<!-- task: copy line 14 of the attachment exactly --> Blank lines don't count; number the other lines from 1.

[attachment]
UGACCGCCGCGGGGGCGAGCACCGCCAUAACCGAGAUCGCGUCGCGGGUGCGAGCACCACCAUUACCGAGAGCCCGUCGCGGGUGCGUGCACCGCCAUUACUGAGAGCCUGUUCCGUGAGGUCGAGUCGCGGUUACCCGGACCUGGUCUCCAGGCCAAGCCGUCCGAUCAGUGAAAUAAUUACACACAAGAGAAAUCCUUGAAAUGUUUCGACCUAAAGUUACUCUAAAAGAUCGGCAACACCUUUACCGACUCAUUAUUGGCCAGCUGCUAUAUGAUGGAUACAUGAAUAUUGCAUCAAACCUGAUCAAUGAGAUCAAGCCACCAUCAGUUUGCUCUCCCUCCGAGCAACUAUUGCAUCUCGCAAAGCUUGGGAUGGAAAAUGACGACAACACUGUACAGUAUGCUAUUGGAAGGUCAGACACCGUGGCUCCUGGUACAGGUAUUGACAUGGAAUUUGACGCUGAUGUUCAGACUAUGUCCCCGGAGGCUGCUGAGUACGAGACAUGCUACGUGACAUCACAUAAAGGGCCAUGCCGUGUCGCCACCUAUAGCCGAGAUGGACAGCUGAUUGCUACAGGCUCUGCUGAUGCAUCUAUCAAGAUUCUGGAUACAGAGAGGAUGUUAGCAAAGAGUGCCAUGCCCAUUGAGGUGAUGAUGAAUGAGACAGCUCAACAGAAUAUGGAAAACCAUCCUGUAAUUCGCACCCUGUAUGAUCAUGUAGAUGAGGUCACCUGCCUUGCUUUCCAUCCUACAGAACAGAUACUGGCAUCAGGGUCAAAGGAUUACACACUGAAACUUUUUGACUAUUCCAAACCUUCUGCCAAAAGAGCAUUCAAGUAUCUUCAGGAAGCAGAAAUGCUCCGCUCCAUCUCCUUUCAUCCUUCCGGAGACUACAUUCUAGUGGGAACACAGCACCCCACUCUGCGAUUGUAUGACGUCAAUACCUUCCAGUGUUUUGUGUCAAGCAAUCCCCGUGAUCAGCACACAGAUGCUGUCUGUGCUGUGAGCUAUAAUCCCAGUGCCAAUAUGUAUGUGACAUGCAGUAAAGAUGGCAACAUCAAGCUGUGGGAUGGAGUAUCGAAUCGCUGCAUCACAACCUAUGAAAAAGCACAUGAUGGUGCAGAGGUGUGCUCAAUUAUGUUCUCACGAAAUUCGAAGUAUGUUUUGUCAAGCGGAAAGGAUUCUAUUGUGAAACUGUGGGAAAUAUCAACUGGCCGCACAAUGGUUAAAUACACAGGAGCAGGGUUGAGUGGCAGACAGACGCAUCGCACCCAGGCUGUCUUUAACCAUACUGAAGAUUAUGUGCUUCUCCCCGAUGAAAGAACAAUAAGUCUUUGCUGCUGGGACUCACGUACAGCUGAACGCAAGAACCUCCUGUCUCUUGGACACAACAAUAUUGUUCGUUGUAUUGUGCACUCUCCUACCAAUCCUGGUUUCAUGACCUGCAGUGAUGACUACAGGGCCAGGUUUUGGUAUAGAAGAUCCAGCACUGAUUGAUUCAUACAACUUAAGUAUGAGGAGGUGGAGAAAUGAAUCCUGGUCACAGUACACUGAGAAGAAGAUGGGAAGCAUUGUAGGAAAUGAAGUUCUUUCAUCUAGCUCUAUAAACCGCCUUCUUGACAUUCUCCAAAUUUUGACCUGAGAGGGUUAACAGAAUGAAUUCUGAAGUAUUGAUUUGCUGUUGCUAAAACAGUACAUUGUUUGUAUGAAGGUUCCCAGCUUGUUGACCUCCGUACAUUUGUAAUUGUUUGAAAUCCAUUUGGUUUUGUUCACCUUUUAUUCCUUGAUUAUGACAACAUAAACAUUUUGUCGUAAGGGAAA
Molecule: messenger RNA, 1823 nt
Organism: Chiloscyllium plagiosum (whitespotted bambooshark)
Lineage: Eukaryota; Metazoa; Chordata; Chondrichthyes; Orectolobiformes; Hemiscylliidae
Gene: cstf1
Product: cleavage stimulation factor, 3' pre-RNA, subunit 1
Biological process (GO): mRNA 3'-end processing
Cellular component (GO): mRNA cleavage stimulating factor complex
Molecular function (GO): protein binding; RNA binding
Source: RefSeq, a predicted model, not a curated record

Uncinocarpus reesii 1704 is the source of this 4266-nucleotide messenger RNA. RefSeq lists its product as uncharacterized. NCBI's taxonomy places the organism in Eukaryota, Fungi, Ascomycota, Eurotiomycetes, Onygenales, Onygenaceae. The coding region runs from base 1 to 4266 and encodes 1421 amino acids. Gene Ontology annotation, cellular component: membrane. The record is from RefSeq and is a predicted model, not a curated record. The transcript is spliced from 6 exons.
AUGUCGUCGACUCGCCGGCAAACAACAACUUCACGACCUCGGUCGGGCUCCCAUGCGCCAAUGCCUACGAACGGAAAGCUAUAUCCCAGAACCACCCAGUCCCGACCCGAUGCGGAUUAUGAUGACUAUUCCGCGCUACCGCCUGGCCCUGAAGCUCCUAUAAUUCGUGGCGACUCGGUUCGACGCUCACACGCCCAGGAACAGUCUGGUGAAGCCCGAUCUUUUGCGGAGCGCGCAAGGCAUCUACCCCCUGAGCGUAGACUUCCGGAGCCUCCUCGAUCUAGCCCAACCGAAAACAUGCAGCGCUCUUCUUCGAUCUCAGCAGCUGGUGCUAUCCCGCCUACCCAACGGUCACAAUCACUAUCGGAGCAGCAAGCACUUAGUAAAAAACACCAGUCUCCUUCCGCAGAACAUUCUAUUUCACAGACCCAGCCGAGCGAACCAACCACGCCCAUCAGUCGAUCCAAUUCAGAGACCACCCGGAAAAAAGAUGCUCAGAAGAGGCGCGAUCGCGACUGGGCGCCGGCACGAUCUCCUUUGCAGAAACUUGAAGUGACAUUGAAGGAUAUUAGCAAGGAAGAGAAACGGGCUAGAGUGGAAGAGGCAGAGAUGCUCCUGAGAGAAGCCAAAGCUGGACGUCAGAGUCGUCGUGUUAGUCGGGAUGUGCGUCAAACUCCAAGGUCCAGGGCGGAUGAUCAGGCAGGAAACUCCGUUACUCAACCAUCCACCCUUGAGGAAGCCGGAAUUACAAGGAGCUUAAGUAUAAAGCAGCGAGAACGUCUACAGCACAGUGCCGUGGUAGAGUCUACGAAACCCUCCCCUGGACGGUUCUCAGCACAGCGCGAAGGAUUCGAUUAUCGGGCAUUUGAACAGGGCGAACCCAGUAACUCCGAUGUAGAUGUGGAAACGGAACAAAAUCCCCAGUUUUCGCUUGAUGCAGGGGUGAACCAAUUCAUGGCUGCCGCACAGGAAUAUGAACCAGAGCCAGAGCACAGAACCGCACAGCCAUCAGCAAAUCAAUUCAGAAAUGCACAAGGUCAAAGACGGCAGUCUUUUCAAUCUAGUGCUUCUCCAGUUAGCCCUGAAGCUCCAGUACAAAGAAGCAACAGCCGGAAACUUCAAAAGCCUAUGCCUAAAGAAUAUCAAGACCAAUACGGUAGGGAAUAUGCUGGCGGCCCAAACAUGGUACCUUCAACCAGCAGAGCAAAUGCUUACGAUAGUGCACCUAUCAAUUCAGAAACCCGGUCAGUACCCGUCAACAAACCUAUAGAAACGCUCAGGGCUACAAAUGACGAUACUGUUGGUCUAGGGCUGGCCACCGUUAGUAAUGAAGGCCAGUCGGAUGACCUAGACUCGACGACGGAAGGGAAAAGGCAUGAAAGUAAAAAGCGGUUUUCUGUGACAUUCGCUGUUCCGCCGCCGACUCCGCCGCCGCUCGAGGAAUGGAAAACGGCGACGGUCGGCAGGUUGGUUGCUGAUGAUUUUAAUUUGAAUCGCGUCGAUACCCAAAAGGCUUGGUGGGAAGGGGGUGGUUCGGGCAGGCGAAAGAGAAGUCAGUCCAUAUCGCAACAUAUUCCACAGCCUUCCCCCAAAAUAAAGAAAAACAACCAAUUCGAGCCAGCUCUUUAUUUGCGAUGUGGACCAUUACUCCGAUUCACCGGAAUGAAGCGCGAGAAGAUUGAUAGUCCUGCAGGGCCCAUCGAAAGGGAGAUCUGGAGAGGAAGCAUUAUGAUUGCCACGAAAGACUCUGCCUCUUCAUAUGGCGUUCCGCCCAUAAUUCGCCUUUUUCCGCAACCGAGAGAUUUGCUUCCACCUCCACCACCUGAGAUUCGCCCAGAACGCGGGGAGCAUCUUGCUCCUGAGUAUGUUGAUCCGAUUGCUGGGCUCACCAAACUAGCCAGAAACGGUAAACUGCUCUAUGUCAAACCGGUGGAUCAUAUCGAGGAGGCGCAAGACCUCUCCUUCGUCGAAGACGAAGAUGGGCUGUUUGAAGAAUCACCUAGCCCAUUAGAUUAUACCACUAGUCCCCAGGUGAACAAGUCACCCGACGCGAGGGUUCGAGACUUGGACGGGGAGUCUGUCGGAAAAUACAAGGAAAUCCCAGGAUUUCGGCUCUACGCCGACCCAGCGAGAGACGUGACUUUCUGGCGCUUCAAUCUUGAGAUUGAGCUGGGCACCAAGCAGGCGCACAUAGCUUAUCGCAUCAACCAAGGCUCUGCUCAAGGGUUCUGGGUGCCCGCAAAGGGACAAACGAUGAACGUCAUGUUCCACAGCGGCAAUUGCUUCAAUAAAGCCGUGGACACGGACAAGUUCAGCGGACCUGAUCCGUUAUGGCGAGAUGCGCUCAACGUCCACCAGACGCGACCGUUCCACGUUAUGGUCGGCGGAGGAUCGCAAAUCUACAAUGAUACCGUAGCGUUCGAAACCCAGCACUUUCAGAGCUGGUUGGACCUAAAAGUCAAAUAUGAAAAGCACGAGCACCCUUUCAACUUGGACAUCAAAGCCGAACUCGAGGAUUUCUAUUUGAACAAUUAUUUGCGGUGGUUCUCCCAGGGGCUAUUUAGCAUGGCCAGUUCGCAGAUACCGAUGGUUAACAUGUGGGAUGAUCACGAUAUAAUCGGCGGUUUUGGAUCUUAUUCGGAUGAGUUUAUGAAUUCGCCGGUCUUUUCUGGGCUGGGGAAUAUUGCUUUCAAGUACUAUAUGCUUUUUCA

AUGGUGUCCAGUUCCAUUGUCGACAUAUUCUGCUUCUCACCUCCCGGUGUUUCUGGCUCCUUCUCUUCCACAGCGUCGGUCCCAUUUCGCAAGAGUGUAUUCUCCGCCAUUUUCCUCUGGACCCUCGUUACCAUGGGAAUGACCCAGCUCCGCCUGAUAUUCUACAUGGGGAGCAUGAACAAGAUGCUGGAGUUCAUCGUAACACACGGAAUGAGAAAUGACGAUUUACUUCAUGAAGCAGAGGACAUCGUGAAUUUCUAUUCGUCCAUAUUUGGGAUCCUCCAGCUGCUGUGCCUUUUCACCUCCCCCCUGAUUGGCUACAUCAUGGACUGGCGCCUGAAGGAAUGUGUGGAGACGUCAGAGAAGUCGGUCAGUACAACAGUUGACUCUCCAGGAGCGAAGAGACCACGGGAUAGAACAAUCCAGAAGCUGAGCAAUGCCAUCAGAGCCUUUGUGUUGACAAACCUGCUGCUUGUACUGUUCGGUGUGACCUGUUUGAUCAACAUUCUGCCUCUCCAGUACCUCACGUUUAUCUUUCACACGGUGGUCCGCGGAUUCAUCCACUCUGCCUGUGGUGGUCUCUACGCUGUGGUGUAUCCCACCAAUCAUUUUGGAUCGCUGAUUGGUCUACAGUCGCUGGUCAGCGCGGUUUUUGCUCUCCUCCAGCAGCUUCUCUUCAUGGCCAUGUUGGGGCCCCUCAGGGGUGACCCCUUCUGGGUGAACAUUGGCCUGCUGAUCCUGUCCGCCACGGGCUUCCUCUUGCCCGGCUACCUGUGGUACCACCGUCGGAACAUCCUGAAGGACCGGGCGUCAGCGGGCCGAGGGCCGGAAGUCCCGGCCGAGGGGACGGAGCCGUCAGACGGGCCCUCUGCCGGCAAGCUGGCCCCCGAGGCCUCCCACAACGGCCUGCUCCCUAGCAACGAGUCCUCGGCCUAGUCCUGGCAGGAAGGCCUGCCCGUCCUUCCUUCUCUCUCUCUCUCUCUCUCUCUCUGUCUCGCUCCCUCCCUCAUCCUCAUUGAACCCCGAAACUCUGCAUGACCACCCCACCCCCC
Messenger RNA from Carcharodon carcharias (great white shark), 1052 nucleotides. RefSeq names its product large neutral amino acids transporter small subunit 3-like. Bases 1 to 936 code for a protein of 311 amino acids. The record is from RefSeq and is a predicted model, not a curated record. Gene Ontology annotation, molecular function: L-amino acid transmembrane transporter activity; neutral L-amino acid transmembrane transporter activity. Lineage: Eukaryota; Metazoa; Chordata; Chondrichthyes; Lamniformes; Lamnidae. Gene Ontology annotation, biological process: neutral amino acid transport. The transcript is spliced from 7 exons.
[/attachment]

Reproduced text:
Messenger RNA from Carcharodon carcharias (great white shark), 1052 nucleotides. RefSeq names its product large neutral amino acids transporter small subunit 3-like. Bases 1 to 936 code for a protein of 311 amino acids. The record is from RefSeq and is a predicted model, not a curated record. Gene Ontology annotation, molecular function: L-amino acid transmembrane transporter activity; neutral L-amino acid transmembrane transporter activity. Lineage: Eukaryota; Metazoa; Chordata; Chondrichthyes; Lamniformes; Lamnidae. Gene Ontology annotation, biological process: neutral amino acid transport. The transcript is spliced from 7 exons.